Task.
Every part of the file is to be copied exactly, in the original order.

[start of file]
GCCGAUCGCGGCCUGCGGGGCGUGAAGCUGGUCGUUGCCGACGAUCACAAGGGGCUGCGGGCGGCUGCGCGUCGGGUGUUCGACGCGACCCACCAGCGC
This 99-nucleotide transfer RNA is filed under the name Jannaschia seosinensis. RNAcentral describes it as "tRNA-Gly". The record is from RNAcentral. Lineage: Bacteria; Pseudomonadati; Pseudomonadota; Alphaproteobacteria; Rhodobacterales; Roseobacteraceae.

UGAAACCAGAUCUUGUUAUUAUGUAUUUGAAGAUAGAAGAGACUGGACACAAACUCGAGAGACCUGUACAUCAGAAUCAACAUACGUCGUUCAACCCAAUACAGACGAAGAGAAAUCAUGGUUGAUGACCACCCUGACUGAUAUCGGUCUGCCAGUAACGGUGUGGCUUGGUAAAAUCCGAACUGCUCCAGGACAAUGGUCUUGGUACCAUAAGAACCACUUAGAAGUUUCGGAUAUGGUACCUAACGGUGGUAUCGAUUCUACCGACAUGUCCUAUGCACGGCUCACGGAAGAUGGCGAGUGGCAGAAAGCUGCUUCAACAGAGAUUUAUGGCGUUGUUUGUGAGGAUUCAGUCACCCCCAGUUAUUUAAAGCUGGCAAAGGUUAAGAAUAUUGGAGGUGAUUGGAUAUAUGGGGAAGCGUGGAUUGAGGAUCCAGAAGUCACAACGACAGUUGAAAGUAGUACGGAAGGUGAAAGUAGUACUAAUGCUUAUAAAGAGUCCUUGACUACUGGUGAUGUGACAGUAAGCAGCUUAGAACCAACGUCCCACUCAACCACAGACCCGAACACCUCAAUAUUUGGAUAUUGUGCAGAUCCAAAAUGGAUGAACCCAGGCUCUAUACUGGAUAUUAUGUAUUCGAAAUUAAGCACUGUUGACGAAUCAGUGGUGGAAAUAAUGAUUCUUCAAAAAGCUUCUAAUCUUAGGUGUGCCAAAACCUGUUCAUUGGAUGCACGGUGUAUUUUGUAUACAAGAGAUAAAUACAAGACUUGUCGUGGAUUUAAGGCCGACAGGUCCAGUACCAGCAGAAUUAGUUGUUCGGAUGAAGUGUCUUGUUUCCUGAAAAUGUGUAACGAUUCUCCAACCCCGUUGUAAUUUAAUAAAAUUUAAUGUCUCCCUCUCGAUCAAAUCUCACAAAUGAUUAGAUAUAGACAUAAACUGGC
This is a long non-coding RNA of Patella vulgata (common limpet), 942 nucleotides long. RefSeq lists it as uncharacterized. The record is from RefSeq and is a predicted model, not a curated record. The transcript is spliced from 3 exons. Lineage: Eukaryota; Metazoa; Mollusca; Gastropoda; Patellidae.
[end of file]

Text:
GCCGAUCGCGGCCUGCGGGGCGUGAAGCUGGUCGUUGCCGACGAUCACAAGGGGCUGCGGGCGGCUGCGCGUCGGGUGUUCGACGCGACCCACCAGCGC
This 99-nucleotide transfer RNA is filed under the name Jannaschia seosinensis. RNAcentral describes it as "tRNA-Gly". The record is from RNAcentral. Lineage: Bacteria; Pseudomonadati; Pseudomonadota; Alphaproteobacteria; Rhodobacterales; Roseobacteraceae.

UGAAACCAGAUCUUGUUAUUAUGUAUUUGAAGAUAGAAGAGACUGGACACAAACUCGAGAGACCUGUACAUCAGAAUCAACAUACGUCGUUCAACCCAAUACAGACGAAGAGAAAUCAUGGUUGAUGACCACCCUGACUGAUAUCGGUCUGCCAGUAACGGUGUGGCUUGGUAAAAUCCGAACUGCUCCAGGACAAUGGUCUUGGUACCAUAAGAACCACUUAGAAGUUUCGGAUAUGGUACCUAACGGUGGUAUCGAUUCUACCGACAUGUCCUAUGCACGGCUCACGGAAGAUGGCGAGUGGCAGAAAGCUGCUUCAACAGAGAUUUAUGGCGUUGUUUGUGAGGAUUCAGUCACCCCCAGUUAUUUAAAGCUGGCAAAGGUUAAGAAUAUUGGAGGUGAUUGGAUAUAUGGGGAAGCGUGGAUUGAGGAUCCAGAAGUCACAACGACAGUUGAAAGUAGUACGGAAGGUGAAAGUAGUACUAAUGCUUAUAAAGAGUCCUUGACUACUGGUGAUGUGACAGUAAGCAGCUUAGAACCAACGUCCCACUCAACCACAGACCCGAACACCUCAAUAUUUGGAUAUUGUGCAGAUCCAAAAUGGAUGAACCCAGGCUCUAUACUGGAUAUUAUGUAUUCGAAAUUAAGCACUGUUGACGAAUCAGUGGUGGAAAUAAUGAUUCUUCAAAAAGCUUCUAAUCUUAGGUGUGCCAAAACCUGUUCAUUGGAUGCACGGUGUAUUUUGUAUACAAGAGAUAAAUACAAGACUUGUCGUGGAUUUAAGGCCGACAGGUCCAGUACCAGCAGAAUUAGUUGUUCGGAUGAAGUGUCUUGUUUCCUGAAAAUGUGUAACGAUUCUCCAACCCCGUUGUAAUUUAAUAAAAUUUAAUGUCUCCCUCUCGAUCAAAUCUCACAAAUGAUUAGAUAUAGACAUAAACUGGC
This is a long non-coding RNA of Patella vulgata (common limpet), 942 nucleotides long. RefSeq lists it as uncharacterized. The record is from RefSeq and is a predicted model, not a curated record. The transcript is spliced from 3 exons. Lineage: Eukaryota; Metazoa; Mollusca; Gastropoda; Patellidae.